Now I can do sensitivity analysis to see what happens when I change the weight of each objective. Notice that if the local arts venue was the key project objective, then the end use changes to restoration (versus preservation) and it becomes a community center for the arts rather than a state park. The winner is a function of the objectives that are sought. Get the objectives right and the solution is clear. Most people can agree on the objectives, but disagree on the alternative choices. This process focuses people back on reaching agreement on the objectives first.

Map the execution strategy

Assuming my “winner” is the state park alternative, here is a strategy execution map that outlines the ten year vision for the project. The vision is where you are going, the goals are the incremental steps to getting there, the strategies are the way in which we will get there, and the programs are the specific actions to generate results.
You can see my overall project objectives are presented here again for reference. This is what I am trying to achieve through this strategy.

I’ve defined a set of goals to be achieved. Each goal is broken down into a series of strategies, and then programs to execute the strategy. This is a critical team building and consensus process to brainstorm these elements of the model. Ownership is also important to identify for each of these goals. In this case, each board member would own one of these goals and would engage a small team of volunteers to work with, in order to make them happen. Later, this information would be the basis for a schedule to track progress.

This is what the high-level view looks like with the ten-year vision in the center, surrounded by the six goals, and overall project objectives to be achieved. Most projects we see lack this basic framework and as a result, lack direction and focus. This is especially critical for public projects like this--to have this level of visibility and transparency in decision making and direction is critical.

Prioritizing the strategies

These are the end-use alternatives, and in the same decision model I have prioritized the strategies using the same set of project objectives.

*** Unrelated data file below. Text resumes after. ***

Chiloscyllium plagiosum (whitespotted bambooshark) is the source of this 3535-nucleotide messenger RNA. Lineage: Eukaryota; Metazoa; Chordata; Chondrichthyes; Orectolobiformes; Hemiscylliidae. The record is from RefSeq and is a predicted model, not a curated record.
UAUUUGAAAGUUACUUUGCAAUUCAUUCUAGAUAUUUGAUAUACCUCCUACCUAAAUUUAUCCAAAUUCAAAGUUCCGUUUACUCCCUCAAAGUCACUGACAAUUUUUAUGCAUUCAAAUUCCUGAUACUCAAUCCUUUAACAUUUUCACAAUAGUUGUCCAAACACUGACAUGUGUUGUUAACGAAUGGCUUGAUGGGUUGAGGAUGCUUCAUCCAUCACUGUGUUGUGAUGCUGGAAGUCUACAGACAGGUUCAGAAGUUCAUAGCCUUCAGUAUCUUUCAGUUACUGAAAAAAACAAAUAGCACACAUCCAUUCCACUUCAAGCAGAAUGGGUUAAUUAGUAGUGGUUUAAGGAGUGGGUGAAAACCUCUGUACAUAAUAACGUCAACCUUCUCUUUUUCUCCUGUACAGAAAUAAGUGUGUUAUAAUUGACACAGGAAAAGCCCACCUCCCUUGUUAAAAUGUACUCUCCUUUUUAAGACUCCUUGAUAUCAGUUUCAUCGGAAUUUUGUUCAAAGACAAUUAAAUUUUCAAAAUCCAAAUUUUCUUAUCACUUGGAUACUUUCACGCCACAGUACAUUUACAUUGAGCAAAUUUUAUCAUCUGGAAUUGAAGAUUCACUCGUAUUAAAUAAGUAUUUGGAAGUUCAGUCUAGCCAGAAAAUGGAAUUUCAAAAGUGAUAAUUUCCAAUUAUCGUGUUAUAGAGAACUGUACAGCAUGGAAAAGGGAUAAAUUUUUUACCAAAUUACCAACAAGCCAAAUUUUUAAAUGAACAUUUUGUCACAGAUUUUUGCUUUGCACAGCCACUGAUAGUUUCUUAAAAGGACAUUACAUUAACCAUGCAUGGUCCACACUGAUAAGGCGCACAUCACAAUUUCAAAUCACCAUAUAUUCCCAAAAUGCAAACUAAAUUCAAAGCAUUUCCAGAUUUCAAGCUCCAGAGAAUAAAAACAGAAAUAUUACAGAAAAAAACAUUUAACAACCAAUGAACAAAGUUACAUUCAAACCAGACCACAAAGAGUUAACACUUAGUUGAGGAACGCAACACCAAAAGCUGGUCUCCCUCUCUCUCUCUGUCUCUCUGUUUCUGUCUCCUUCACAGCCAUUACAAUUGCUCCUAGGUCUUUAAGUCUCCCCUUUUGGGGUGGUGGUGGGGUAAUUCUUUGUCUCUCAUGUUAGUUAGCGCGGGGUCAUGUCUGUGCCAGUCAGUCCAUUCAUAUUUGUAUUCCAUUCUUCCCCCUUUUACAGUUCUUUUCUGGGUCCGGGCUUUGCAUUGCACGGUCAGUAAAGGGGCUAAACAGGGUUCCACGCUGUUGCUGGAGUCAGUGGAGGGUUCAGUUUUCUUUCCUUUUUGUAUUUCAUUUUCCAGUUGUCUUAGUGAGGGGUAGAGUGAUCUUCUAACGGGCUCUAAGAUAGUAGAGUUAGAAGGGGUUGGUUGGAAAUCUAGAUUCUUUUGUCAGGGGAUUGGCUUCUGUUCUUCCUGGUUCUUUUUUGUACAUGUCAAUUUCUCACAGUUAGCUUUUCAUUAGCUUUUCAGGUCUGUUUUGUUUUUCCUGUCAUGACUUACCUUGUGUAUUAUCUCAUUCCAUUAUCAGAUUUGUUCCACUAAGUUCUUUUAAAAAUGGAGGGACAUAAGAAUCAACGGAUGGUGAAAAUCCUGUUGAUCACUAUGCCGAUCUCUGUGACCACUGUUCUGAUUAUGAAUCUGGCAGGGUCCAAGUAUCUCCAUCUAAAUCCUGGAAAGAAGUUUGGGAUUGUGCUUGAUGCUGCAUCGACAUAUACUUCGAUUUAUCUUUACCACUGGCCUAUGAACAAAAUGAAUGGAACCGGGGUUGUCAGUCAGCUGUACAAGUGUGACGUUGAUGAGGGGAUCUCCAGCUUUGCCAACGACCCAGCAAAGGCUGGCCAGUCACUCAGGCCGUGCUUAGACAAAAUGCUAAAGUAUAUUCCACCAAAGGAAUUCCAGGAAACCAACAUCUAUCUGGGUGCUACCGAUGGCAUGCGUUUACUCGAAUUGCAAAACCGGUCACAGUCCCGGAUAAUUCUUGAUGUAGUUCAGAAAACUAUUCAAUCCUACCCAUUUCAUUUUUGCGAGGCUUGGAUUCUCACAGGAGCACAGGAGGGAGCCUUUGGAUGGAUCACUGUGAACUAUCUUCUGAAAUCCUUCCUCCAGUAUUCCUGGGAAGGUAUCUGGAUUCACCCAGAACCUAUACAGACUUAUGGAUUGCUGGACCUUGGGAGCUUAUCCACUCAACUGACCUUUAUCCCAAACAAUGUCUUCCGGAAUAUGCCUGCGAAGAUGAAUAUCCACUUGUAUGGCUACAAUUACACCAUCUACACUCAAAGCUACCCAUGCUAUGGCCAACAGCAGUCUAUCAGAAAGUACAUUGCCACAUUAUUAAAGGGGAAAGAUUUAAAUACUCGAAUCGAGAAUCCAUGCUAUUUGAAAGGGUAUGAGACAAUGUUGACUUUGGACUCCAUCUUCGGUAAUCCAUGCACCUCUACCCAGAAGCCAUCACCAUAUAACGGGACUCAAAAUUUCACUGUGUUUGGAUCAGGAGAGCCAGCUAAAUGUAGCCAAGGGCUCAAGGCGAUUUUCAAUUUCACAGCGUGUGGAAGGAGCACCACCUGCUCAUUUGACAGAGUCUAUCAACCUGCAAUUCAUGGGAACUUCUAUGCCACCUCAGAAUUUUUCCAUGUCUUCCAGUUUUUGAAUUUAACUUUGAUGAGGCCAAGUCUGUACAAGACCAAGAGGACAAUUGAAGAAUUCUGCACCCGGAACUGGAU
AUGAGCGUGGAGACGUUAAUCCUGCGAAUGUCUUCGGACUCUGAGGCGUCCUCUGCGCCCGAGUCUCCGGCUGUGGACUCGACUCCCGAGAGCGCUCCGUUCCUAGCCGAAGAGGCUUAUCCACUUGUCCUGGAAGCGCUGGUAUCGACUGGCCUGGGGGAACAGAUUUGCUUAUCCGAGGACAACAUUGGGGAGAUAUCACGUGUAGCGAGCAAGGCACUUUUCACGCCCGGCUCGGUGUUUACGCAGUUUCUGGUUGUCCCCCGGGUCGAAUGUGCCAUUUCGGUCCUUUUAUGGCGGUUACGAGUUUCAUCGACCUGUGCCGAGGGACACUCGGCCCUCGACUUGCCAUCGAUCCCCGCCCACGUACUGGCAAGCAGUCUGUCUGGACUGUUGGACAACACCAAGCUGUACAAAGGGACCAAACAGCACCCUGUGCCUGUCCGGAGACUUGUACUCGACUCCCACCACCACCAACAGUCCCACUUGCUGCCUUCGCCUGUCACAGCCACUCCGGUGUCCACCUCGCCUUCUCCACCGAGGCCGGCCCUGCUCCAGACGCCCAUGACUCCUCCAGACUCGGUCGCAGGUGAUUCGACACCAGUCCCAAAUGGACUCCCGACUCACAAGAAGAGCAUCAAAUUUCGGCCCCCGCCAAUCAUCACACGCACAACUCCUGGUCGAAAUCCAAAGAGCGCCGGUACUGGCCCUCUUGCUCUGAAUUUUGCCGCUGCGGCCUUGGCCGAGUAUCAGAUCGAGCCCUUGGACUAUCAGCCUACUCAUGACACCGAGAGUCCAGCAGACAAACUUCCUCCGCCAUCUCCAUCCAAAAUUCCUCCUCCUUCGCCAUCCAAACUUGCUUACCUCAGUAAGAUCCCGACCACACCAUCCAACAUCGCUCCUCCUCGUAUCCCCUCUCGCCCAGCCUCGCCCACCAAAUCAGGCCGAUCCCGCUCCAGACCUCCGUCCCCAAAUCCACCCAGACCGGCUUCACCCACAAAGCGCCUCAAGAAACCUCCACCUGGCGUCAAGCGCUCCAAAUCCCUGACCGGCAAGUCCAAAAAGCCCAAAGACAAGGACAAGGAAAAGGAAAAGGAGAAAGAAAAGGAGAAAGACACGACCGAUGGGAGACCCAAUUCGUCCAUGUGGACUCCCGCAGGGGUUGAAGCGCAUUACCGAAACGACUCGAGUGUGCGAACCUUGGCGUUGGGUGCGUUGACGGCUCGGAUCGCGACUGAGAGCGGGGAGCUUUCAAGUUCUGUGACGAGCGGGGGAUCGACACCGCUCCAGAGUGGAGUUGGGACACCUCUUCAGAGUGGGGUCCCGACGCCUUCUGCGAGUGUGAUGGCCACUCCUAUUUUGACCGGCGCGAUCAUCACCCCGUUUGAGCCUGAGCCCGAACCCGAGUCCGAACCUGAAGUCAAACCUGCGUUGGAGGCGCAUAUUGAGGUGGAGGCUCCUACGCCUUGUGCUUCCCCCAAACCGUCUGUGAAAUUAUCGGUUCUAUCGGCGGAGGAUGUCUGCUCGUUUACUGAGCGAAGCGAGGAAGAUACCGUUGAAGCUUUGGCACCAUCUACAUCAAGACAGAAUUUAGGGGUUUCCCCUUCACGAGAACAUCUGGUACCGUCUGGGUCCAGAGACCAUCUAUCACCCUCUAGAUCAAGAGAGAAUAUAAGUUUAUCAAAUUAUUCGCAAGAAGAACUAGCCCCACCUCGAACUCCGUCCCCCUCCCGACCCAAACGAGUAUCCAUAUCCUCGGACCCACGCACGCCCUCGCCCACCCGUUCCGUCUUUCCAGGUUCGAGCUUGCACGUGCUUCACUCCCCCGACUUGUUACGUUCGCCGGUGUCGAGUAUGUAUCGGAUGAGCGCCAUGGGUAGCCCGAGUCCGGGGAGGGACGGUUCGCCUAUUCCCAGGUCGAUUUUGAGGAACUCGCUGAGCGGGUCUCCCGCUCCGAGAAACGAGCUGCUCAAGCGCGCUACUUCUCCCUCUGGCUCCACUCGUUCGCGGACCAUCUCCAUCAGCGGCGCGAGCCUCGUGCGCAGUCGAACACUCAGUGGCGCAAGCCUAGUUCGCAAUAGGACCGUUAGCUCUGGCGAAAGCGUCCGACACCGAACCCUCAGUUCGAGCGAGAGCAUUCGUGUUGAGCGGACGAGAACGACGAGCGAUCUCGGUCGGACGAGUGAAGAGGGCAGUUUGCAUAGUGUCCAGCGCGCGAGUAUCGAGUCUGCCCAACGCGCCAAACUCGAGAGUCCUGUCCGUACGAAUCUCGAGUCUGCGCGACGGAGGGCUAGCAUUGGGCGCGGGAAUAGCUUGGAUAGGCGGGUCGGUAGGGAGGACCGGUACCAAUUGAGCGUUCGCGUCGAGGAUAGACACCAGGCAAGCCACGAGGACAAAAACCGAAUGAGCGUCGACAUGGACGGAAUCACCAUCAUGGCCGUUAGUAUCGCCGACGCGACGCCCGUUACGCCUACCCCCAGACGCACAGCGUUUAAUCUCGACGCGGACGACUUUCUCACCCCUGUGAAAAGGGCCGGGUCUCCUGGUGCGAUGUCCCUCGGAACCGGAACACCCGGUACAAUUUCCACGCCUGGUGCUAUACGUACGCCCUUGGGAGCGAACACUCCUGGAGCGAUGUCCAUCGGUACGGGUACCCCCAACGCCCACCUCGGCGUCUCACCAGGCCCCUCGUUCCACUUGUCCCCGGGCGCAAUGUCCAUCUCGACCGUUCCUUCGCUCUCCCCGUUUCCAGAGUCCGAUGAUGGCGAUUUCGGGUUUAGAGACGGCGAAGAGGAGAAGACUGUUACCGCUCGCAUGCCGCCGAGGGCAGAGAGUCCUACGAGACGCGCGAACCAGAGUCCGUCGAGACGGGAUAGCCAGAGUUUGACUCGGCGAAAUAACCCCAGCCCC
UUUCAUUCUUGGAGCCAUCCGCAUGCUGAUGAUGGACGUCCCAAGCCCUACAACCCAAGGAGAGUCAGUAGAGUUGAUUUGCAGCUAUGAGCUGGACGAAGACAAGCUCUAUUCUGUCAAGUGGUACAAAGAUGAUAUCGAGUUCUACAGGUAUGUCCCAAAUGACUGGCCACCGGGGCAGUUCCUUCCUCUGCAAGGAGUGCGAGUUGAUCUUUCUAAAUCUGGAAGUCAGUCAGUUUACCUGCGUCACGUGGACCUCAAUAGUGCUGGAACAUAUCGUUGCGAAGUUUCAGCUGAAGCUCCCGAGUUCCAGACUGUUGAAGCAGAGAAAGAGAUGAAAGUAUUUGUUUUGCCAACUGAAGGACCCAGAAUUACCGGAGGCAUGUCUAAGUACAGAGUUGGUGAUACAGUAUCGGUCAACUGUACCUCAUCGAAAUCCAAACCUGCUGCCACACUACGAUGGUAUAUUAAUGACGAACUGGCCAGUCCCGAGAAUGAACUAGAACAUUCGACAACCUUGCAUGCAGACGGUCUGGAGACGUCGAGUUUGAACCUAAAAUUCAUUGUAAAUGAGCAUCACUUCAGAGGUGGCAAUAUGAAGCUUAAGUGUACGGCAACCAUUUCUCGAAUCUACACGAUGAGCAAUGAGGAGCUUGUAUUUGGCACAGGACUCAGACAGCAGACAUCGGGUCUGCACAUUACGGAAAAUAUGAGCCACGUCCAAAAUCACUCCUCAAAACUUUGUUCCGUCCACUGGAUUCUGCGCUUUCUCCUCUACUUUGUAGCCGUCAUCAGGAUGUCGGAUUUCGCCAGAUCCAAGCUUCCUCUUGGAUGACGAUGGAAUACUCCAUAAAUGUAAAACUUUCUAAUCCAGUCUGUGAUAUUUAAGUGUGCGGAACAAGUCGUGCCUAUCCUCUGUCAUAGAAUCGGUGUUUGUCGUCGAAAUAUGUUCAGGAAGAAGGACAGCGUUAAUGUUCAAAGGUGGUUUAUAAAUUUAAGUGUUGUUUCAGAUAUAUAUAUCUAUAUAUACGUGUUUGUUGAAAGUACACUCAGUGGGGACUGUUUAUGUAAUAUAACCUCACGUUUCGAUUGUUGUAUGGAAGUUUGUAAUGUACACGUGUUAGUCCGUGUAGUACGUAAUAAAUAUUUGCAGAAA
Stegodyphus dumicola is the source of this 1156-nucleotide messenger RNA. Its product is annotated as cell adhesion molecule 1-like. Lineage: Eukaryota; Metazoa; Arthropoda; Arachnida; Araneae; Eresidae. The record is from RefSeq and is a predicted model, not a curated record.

These are the various strategies, organized by goal, from the mindmap. Then I followed the same procedure of ranking the alternative strategies as to how well each met each project objective. This gave me a prioritized list of strategies with the winners being the strategies that best met the highest ranked project objectives.

Now, lets look at the impact of constraints on the model. In this case I used cost estimates for each strategy. Cost is always the primary constrain in any non-profit venture. Like all resource constrained projects, especially non-profits, the challenge is to do more with less--and make sure you use the limited resources where you can get the greatest value.

In this case my estimates roll-up to 10.8 million dollars. If I had this money and could fund all of this work, I would have achieved 100% of the project objectives and realized 100% benefit.

Looking at this on a curve, I can see that at about 3.8 million dollars I get about 85% benefit with only 35% of the proposed budget. I have a lot of lower cost, highly ranked strategies.

Notice that the next jump in project spending does not really get me more benefit. Clearly these programs can be delayed until later in the project. But this funding schedule follows my proposed strategy of restoration and local use for the first five years, followed preservation and transfer to park status during years 5-10 of the project horizon.

I can also play the game of constraining the budget to see which strategies and programs get funded with the constrained budget. In this case I set the budget constraint to 2 million dollars. This drops my benefit to about 70% and I need about 1.8 million dollars to do the strategies in yellow. The white ones must be delayed until more funding is obtained.

I have a dynamic model to simulate alternative directions for the project, and then once the project direction is selected, a way to map the execution of the strategy and a way to show how funding constraints guide the priority of work flow on the project, i.e. where to focus to get the greatest benefit.